Fig. 6
figure6

Progression from global adherent (GA) to partial adherent (PA). A case of a 79 –year- old man with occult choroidal neovascularization. At baseline, he already presented with epiretinal membranes (ERMs) identified as GA (arrowheads) on optical coherence tomography (OCT) (top). Following 36 months from the first intravitreal injection, the ERMs had progressed to PA (arrowhead) graded on OCT (bottom). He showed cobblestone degenerations at the peripheral retina and had undergone intravitreal injections with aflibercept 7 times and with ranibizumab 2 times during this period

Table 3 shows the distribution of confounding factors. The results of the binary logistic regression analysis using forced enter method, among these factors as independent variables, showed that presence of VMA or progression of PVD during 36 months against no PVD or complete PVD was significantly associated with ERM appearance or progression. Moreover, the presence of peripheral retinal degeneration was significantly associated as well. Whereas other factors like smoking, cataract surgery, subretinal hemorrhage larger than 4-disc area, type of AMD, prevalence of ERMs in the contralateral eye, and number of injections were not significantly associated. Therefore, we performed the forward-backwards stepwise selection method, and PVD status and peripheral retinal degeneration were also selected as significant variables.

Table 3 Multivariate logistic regression analysis about factors that could influence the appearance or progression of ERMs

Table 4 shows another result of the binary logistic regression analysis, detailing aflibercept and ranibizumab independently. The status of PVD and peripheral retinal degeneration were also selected as significant variables throughout forced enter method and forward-backwards stepwise selection analysis and these results corresponded with observations tabulated in Table 3. The number of aflibercept and ranibizumab had negative correlation (r = − 0.49, [95% confidence interval (CI): − 0.64 to − 0.29], p<0.0001).

Table 4 Multivariate logistic regression analysis about factors that could have influence the appearance or progression of ERMs, examining aflibercept and ranibizumab independently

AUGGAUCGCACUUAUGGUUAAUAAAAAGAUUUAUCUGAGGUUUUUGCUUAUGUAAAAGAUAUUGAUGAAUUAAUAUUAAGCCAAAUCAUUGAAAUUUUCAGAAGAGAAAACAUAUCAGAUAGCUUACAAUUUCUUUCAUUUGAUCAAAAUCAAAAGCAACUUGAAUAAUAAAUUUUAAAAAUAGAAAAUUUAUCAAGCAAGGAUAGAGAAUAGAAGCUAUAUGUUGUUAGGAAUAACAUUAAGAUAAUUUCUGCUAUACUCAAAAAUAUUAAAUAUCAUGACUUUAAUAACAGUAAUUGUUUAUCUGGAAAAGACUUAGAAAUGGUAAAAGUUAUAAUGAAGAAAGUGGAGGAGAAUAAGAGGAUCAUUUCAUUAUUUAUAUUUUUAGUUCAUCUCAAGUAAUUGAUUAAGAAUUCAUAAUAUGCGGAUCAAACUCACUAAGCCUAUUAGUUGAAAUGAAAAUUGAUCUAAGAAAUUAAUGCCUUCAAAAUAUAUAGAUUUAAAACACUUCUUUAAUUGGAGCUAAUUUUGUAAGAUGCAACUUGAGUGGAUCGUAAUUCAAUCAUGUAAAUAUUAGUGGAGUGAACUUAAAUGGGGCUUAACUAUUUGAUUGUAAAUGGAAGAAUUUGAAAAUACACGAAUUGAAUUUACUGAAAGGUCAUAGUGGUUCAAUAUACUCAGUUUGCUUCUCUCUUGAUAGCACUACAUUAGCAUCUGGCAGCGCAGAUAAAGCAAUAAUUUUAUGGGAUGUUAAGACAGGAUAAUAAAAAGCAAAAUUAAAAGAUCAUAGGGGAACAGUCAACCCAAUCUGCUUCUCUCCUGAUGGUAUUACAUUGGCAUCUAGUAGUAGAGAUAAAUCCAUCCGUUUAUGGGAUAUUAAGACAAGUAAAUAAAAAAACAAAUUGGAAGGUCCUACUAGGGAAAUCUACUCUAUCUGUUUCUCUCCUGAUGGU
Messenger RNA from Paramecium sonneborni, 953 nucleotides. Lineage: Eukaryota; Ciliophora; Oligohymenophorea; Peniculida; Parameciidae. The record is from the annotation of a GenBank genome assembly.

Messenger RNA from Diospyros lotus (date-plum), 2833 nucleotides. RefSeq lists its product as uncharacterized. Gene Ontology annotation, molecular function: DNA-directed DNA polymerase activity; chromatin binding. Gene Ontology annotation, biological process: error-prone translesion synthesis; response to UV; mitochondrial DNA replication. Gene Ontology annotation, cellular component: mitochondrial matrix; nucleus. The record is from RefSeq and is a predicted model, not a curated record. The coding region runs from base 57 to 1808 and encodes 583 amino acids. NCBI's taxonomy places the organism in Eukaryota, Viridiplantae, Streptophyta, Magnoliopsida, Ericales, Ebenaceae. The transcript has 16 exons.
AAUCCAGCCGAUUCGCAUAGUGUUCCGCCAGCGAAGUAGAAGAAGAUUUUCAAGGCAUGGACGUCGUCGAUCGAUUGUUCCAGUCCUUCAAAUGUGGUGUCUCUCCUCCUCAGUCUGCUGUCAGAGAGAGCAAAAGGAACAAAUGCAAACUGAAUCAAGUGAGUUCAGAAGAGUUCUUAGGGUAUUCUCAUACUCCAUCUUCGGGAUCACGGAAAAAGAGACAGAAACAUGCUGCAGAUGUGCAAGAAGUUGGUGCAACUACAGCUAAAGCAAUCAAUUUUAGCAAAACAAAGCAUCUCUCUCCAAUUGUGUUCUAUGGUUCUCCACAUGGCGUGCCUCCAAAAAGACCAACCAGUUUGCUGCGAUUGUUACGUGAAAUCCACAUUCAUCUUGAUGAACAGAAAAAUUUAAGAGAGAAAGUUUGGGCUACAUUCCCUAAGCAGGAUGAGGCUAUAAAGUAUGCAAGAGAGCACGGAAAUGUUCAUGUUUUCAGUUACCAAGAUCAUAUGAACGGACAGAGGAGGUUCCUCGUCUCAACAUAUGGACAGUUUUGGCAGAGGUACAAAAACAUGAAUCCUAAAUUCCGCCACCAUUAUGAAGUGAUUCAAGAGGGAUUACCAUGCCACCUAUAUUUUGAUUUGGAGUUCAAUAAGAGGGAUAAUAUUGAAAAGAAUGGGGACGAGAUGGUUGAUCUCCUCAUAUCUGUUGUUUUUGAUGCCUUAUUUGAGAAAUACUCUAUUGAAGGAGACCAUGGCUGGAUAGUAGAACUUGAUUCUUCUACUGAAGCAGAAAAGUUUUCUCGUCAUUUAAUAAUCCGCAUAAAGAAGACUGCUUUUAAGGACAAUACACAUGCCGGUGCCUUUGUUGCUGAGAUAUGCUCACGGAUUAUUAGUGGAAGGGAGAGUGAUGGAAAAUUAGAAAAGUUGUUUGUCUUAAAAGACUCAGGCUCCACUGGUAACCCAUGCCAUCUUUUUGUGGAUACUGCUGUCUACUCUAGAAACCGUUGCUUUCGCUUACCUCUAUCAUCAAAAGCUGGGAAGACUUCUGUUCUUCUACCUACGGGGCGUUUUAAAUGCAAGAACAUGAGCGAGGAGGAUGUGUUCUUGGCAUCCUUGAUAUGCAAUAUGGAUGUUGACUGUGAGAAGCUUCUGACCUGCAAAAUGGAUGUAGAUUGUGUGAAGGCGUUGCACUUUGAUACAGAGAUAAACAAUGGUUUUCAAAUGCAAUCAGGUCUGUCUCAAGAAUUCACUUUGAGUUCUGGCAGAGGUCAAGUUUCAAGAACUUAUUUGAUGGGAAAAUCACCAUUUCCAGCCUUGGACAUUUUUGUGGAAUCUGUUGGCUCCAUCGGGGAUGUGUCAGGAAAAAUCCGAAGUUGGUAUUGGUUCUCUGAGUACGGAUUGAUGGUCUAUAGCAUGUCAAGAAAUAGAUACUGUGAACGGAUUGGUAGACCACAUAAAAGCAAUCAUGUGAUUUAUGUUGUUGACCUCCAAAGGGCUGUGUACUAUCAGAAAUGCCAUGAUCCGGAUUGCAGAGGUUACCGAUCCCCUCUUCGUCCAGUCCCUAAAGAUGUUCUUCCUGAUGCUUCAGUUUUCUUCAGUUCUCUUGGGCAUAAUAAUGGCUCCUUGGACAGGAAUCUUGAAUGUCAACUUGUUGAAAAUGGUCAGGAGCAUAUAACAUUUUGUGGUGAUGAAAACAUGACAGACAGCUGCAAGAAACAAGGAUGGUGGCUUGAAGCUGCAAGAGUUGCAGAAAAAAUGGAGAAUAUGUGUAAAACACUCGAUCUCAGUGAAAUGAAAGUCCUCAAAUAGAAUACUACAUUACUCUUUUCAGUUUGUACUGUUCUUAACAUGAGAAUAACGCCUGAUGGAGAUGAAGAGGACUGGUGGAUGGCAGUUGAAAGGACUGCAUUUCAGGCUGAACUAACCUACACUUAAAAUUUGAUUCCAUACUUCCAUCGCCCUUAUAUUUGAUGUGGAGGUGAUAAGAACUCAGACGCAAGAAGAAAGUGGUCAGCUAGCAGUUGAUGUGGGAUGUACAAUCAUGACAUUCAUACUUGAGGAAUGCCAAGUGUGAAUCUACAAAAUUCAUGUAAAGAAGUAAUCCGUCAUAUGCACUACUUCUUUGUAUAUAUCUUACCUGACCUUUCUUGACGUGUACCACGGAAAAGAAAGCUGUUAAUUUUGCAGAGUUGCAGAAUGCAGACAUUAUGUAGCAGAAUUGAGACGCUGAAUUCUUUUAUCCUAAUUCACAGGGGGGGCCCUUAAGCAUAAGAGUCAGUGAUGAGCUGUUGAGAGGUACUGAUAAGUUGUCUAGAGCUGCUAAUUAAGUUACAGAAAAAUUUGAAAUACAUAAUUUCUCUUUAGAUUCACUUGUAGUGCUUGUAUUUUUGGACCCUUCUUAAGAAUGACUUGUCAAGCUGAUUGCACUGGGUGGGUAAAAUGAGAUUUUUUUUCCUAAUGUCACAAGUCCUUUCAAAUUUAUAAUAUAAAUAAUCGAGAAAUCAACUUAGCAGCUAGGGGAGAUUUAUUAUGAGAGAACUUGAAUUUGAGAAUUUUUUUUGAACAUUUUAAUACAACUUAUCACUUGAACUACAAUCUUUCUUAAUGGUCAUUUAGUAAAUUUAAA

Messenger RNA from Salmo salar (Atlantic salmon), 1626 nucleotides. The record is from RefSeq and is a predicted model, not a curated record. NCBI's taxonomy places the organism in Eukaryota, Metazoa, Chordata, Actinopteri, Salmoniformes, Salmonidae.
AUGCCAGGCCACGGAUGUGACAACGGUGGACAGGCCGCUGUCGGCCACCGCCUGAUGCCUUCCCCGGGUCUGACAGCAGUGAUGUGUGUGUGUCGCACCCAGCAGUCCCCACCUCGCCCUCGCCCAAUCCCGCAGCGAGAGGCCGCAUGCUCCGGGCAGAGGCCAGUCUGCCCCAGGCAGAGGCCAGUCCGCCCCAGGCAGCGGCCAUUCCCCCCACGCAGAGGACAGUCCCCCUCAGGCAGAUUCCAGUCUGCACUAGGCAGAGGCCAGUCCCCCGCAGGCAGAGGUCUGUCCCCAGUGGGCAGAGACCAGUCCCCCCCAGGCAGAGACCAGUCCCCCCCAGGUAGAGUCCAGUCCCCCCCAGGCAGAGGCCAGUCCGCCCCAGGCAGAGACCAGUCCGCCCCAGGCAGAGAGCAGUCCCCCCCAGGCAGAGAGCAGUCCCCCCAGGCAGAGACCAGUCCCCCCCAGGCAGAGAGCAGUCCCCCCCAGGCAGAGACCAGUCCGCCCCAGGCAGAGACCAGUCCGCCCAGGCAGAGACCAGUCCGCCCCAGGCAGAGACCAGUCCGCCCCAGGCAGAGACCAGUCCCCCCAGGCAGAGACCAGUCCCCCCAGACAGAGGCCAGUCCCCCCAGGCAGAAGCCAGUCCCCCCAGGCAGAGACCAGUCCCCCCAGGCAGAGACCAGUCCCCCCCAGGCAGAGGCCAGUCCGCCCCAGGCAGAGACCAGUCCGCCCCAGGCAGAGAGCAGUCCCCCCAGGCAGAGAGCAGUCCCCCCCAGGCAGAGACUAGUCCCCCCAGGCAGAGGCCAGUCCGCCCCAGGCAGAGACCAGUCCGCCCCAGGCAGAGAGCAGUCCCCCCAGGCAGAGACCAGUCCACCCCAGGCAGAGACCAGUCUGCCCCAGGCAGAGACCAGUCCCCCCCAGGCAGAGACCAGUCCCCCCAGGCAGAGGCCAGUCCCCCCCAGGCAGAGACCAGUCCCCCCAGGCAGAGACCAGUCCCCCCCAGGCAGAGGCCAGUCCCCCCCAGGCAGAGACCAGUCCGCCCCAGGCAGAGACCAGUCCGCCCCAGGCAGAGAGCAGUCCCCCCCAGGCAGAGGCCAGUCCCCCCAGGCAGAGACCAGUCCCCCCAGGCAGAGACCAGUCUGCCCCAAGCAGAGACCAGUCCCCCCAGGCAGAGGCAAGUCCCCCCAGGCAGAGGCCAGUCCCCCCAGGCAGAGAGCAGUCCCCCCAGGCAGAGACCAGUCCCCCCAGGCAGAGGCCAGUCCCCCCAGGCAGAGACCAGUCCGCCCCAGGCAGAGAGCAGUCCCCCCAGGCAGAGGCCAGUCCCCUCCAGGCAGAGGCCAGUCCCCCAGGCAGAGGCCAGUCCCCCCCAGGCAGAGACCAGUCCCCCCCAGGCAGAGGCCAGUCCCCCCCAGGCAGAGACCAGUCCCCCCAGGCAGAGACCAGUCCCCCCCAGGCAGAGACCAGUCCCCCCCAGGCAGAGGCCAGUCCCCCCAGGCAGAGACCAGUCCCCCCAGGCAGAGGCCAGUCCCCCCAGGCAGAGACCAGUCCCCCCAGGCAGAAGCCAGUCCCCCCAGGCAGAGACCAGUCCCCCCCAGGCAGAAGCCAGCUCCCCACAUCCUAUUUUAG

Discussion

Coexistence of ERMs was reported to be 15–38% of ARMD eyes [3, 4, 24, 25]. The higher prevalence of ERMs with eyes with ARMD than normal eyes adjusted for age was considered to be caused by inflammation or preretinal glial cells found more frequently in ARMD than control [26]. In our results, 61% of ARMD eyes at baseline and 78% of those after 3 years of treatment had presented any ERMs and these were much higher than the existing reports. Previous studies had no strict definition of length of ERMs. The higher prevalence was considered to be caused by criteria used in the form of the minimum region of ERMs in this study.

The reported incidence of VMA in ARMD eyes in literature ranged from 12 to 41% [21, 22, 25, 27], and the higher prevalence than that in controls with adjusted age was considered to be a pathogenesis of ARMD, as traction would lead to pigment epithelial detachment and spread of VEGF [28] . In our results, 61% of eyes with ARMD had complete PVD, 24% of eyes presented with VMA, 5% had no PVD, and 11% had progressed to PVD during 3 years, and were in keeping with the reports discussed.

Cho et al. stated no spontaneous resolution of ERMs in ARMD patients in their study [3] and there were no other reports, to the best of our knowledge, about appearance, progression, or resolution of ERMs in ARMD. The present study is the first report to investigate appearance or progression of ERMs in ARMD patients and evaluate the influences of injection. Regarding other reports among eyes without ARMD, Byon et al. reported that progression from GA to PA was observed in 33% of eyes of idiopathic ERM during 24 months [18]. In our study, GA to PA progression was observed in 24% (8/33) during 36 months.

Regarding the reports [16, 29, 30], which had stated that PVD was significantly associated with the formation of ERMs, Ota et al. reported that idiopathic ERMs with partial PVD had worse visual prognosis than with no PVD or with complete PVD. They suggested that the chronic vitreous traction caused the migration of glial cells, macrophages, or pigment epithelial cells [16]. It led that ARMD itself would have nature in that ERM likely progress throughout higher prevalence of VMA. Moreover, there was a possibility that injection would evoke PVD, though Veloso et al. reported only 7/125 (5.6%) eyes with VMA newly developed PVD after 5 years of treatment with injections [27]. In this study, the proportion of developed PVD during 36 months was 8/76 (11%) and was slightly higher. Therefore, several factors would work together as progressive factors for ERMs in ARMD patients.